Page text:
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The play opens with an invitation of friend- ship as Beatrice “Beezus” Quimby, elder sister of Ramona, delivers a brief introduction of her family, friends and neighborhood to the audience. Beezus is frequently interrupt by her “pesky” younger sister in her presentations. The audience is welcomed with open arms into the life of the Quimby family. Beezus and Ramona trade casual insults as they introduce friends and family, and quarrel over which recent events are important enough to share with their new friends, the audi- ence. Ramona attempts to usurp Beezus’ position of narrator, but she is reprimanded gently by her mother before rushing off to her first day of third grade.

Ramona’s classmates, Howie and Susan, congregate at Glenwood School. Susan has just enough time to show off her expensive doll named Tiffany before the third grade teacher, Mrs. Griggs, takes control of the class. After explaining that “fun is not allowed in this classroom,” Beezus appears for a moment, narrating that she forgot to inform Ramona that the first day of third grade is always Show-and-Tell in Mrs. Griggs’ class. The next moment, the announcement is made. Ramona realizes that she is unprepared and franti- cally begins turning out pockets to find something suitable to show. Howie and Susan show their toys, with Susan’s impeccably dressed doll as the main attraction, and Ramona makes do with a shabby old doll named Chevrolet. Mrs. Griggs insists her overactive imagination will get her into trouble someday.

After Ramona returns from school, we find her making mischief at home as well. Beezus was attempting to make dinner for their Aunt Bea, but Ramona sabotaged her lasagna: she hid her doll in the dish because Beezus wouldn’t accept her help in the kitchen. A volley of tears, insults and sibling rivalry is brought to a halt only when Aunt Bea arrives, carrying a bagful of Whopperburger dinners for the whole Quimby family. Ramona is still upset, however, and she tearfully confesses she’s a horrible girl because she hates her sister. The adults assure her that all siblings have times when they don’t love each other, thinking of the spiteful sister dynamic that existed between Aunt

Bea and Mrs. Quimby when they were children. Beezus is relieved that someone like Ramona can grow up to be as wonderful as Aunt Bea, and the crisis is suspended.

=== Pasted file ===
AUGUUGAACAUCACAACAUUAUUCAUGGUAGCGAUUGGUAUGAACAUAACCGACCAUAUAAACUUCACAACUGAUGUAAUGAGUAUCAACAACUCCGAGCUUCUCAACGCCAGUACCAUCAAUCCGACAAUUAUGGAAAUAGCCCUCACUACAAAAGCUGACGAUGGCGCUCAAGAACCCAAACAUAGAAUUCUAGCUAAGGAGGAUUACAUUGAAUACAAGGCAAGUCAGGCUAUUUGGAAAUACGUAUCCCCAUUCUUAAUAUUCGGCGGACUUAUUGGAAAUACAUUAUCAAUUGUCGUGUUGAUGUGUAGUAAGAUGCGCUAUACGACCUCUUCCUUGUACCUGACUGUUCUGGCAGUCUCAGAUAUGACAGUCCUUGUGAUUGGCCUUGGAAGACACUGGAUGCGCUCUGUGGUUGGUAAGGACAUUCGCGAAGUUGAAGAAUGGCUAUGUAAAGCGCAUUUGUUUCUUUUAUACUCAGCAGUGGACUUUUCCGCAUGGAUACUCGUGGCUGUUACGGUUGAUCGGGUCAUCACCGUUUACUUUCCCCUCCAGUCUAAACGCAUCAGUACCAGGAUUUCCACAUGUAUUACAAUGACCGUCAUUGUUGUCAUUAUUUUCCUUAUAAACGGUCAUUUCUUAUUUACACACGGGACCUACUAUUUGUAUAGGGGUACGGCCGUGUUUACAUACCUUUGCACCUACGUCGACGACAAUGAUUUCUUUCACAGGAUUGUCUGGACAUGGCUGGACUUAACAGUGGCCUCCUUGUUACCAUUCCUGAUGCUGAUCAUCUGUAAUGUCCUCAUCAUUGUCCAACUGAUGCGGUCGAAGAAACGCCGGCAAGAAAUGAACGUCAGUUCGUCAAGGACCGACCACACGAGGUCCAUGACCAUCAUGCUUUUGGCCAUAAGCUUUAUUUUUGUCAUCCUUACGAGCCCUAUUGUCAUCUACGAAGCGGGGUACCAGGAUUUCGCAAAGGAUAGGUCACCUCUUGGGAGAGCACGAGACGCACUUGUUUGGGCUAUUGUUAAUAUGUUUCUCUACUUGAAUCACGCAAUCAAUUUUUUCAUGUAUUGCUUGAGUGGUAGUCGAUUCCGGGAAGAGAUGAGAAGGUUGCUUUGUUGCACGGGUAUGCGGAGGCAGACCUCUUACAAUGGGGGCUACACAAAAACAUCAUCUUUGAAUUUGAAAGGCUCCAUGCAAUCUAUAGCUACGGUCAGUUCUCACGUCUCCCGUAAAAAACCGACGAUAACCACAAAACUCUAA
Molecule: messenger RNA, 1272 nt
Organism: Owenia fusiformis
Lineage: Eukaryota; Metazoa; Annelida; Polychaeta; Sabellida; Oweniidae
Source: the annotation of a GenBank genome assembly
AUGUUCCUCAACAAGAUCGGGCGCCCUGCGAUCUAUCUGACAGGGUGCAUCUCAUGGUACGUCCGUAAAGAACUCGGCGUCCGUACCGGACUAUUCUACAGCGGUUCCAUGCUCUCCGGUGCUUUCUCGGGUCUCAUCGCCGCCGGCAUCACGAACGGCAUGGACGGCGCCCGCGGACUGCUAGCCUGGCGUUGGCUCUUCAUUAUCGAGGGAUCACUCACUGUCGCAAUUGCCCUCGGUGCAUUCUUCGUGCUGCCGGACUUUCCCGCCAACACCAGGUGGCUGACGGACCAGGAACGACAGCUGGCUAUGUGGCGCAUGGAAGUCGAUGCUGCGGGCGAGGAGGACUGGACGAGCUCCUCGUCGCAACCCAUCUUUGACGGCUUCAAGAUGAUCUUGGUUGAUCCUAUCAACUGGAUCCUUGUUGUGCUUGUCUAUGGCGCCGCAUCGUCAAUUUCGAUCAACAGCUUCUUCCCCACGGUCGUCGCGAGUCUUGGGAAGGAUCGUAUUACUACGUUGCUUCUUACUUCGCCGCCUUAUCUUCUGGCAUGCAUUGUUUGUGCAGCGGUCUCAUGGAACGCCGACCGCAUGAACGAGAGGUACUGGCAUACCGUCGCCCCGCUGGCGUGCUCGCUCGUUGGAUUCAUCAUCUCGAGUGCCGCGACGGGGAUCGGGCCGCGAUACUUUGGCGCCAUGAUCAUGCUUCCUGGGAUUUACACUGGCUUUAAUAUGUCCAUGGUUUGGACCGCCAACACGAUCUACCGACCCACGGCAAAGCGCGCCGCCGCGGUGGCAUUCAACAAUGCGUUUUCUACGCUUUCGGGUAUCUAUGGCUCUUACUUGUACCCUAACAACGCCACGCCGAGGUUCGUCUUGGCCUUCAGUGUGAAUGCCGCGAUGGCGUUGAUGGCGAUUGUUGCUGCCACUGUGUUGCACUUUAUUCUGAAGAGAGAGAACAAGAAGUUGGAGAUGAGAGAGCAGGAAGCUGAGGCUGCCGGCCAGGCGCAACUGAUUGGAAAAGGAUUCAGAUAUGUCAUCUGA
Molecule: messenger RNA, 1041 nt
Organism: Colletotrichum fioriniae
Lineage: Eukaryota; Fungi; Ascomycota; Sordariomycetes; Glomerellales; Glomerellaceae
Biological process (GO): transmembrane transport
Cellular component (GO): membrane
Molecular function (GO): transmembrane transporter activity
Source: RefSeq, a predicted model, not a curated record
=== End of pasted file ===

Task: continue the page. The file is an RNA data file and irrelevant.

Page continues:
The scene shifts to another day with Ramona at school, this time making masks for the annual Halloween parade. Ramona, bright and imaginative as usual, is busily crafting a scary owl mask, but Susan begins copying Ramona’s mask. When Susan is given credit for the idea and Ramona is accused of cheating, Ramona cannot control her temper and rips up Susan’s mask. After refusing to apologize, Ramona is sent home in a frustrated sulk.

While Ramona dramatically decides she has no future and that nobody understands her, she meets Howie’s teasing uncle, Hobart. Hobart has recently returned from Saudi Arabia after striking oil and becoming rich, and Ramona is excited to meet a millionaire. But she is disappointed and upset to find the real Hobart is a jokester who enjoys singing songs specifically tailored to embar- rass Ramona. Hobart is very excited to learn that Bea is Ramona’s aunt, as they were very good friends back in high school. Disenchanted with the idea of an adult who teases like a child, Ramona informs a nonplussed Hobart that Bea moved to Los Angeles “just yesterday.” Hobart is thrilled with the prospect of seeing Bea, and Ramona is even more irritated.

Brewing with resentment and ill feeling, Ramona stalks home to find her parents waiting to talk to her about the day’s events at school. After explaining the circumstances, Mr. and Mrs. Quimby remain adamant that she must apologize, and that she certainly must return to school. They explain to her that Susan is the one she should feel sorry for, because she doesn’t have much imagination of her own. With promises of Whopperburger and reassurances that she’s been missed at school, Ramona agrees to apologize for smashing Susan’s owl, which she does the next day.

At this point, the Quimby family’s life takes an unexpected turn. Mr. Quimby loses his job and leaves the family without a stream of income. The family gathers for a meeting to discuss how

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